Graham's Blog

David Preece: Goalkeeping Greats and the Agony of Conceding

Last season, our Socios at got an exclusive interview with David Preece. For the first time, here’s the full episode.
If watching Neville Southall practice taught David a formidable work ethic, observing the mighty Barcelona train with Víctor Valdés in goal demonstrated what keepers can be in a total footballing side. In part two, David also praises other goalkeeping heroes: Edwin van der Sar, Gianluigi Buffon… and explains how Scotsmen Andy Goram and Jim Leighton were at one time the best if British. You’ll hear about David’s desire that the fear be taken out of football and how awful it feels for a No1 to hear the ball rustle in the net.
If you would prefer not to wait 12 months to listen to these extra interviews, it’s time to become a Socio at

David Preece: Henrik, Hurting for your Craft and Life beyond the Goalkeeping Cliché

Last season, our Socios at got an exclusive interview with David Preece. For the first time, here’s the full episode.
To say I loved chatting with David would be an understatement – and not only because he kept goal for my beloved Aberdeen. David is quite simply one of the most accomplished ex-professionals at writing about the beautiful game, as he succeeds in dragging analysis of the art of goalkeeping beyond the lazy clichés. In part one, David speaks about being on the end of a whirlwind thrashing by a Celtic side which featured the legendary Henrik Larsson, how he broke every finger during his career and how losing a match threw him into a pit of gloom.
If you would prefer not to wait 12 months to listen to these extra interviews, it’s time to become a Socio at

Andrea Orlandi: Your New Favourite Analyst


Andrea Orlandi will be the next big thing in broadcasting punditry– you heard in here first.

I adore listening to his analysis of the beautiful game, skills which were honed when he played at Barcelona observing the talents of the likes of Ronaldinho, Deco and Sergio Busquets. Andrea wants to put the viewer in the boots of the player in a given situation. He wants to you to visualise what goes on in the changing-room, behind the scenes.

Andrea’s biggest regret was avoiding a meeting with Pep Guardiola when the now-legendary manager took over the Barca B side, but he never rued snubbing a big-money move to Greece for the Roberto Martínez revolution at Swansea City. Despite the initial culture shock in which he had to get changed in the training ground car park, Andrea and Swansea gained promotion to England’s top flight under Brendan Rodgers. Andrea gives an amazing insight into why Brendan WILL go on to be a Premier League-winning manager, not least because training is such a joy under the Northern Irishman. He’s also brilliant on what makes great punditry and why, and who will win La Liga this season.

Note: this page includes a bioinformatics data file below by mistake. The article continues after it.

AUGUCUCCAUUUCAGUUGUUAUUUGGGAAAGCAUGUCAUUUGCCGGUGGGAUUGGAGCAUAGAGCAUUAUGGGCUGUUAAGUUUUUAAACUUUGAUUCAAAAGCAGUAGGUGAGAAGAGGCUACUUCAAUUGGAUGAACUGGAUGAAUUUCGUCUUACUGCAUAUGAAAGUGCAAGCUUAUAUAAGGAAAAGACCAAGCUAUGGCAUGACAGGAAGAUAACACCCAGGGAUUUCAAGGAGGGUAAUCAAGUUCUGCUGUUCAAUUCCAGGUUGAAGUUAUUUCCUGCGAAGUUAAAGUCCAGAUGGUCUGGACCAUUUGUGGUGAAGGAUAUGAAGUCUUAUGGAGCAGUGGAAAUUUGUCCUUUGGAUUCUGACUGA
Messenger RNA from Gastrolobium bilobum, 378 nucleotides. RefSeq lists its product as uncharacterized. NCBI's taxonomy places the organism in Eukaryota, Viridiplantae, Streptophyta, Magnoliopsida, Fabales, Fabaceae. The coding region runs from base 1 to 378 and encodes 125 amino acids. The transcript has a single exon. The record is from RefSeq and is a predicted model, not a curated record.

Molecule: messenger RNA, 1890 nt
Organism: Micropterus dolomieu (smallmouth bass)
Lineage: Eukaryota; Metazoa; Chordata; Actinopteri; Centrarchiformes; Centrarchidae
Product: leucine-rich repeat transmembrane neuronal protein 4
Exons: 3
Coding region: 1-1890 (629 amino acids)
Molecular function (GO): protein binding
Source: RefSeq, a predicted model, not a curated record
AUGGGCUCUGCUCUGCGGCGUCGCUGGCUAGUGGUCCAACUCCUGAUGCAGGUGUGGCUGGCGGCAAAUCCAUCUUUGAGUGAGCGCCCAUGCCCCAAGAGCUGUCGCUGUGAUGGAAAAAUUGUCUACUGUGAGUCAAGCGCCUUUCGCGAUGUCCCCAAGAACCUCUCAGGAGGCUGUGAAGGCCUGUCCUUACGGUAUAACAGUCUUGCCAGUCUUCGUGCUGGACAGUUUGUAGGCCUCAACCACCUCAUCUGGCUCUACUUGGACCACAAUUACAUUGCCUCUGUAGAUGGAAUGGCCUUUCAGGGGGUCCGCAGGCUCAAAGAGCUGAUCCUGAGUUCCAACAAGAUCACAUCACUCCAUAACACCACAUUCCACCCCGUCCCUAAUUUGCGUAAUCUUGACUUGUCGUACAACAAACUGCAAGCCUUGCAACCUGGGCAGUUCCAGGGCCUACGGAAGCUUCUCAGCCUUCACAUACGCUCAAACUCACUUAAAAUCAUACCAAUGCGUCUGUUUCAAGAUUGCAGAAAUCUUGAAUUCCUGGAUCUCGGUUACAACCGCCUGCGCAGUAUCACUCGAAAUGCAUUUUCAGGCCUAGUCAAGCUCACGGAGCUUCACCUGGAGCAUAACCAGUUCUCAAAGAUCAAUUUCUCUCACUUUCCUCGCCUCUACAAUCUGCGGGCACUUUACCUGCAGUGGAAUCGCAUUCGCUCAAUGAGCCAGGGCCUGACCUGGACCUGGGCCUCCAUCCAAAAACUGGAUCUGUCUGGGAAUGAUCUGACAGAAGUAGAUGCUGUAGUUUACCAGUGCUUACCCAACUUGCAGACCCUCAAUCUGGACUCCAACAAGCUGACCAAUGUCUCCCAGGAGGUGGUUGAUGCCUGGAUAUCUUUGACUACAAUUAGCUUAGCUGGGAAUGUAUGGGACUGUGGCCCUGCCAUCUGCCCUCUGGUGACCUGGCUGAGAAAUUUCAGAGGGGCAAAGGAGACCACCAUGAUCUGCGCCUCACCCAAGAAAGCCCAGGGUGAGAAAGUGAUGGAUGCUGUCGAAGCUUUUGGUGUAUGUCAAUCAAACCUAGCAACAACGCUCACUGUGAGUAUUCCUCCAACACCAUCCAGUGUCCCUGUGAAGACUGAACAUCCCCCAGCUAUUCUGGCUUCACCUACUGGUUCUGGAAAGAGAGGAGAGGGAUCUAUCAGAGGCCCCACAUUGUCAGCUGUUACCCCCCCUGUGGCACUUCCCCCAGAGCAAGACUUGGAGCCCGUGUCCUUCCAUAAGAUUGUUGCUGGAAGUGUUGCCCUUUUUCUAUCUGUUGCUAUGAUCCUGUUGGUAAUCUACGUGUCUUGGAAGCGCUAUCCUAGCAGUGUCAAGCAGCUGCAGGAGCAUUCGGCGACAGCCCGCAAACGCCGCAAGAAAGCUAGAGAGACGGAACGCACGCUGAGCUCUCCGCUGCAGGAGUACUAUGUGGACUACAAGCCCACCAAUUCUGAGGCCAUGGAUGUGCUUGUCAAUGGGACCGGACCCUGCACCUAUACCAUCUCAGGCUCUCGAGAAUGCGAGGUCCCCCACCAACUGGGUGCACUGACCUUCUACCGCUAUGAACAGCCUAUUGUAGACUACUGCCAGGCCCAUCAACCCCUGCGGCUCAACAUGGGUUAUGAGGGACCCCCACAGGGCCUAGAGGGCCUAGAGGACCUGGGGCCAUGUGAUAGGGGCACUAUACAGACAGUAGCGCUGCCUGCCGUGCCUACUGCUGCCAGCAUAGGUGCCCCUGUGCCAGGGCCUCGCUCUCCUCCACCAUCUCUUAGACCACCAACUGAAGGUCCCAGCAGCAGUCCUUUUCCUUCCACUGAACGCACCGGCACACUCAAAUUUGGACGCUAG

You will love this interview with this articulate, charming man.


Clive Allen: Me and Harry Kane

Like his father before him, Clive Allen played in a great Tottenham Hotspur side, and in part two this prolific scorer shares memories of what it was like being fed by the marvellous Chris Waddle.

There’s also chat about Julian Dicks and getting West Ham promoted to the top flight, starring in the early days of Soccer Saturday alongside George Best and Alan Brazil, and Clive’s affinity for Harry Kane, a player he helped to shape. Oh, and did you know that after he retired from soccer Clive played NFL, for the London Monarchs?

Clive also reflects on the recent sacking of Mauricio Pochettino, and how he had what could almost be described as a premonition that the Special One would one day manage Spurs.



Clive Allen: The Goalscorer’s Guide to London

Clive Allen’s autobiography Up Front reveals a man who fell head over heels in love with football at an early age. It is little wonder, because he hails from a family of true London footballing royalty, and in part one of this frankly special Big Interview he describes watching his father Les play for Queens Park Rangers in the 1960s. Clive gives us an insight into what the London grounds felt like in those days, the sheer thrill of attending a match.

Clive followed in his father’s footsteps and turned out for QPR where he came across the legendary Stan Bowles. He gives us a sense of how the pitches back then forced you to hone your skills, and how the game wasn’t for the fainthearted.

Clive describes his England debut in a famous defeat of Brazil in the Maracana during which he should have scored with his first touch, what it was like at Chelsea under controversial owner Ken Bates, and why he never regretted taking a punt at playing abroad for Bordeaux, and how the experience transformed him into a wine connoisseur.

Utterly brilliant stuff. I just know you will love it.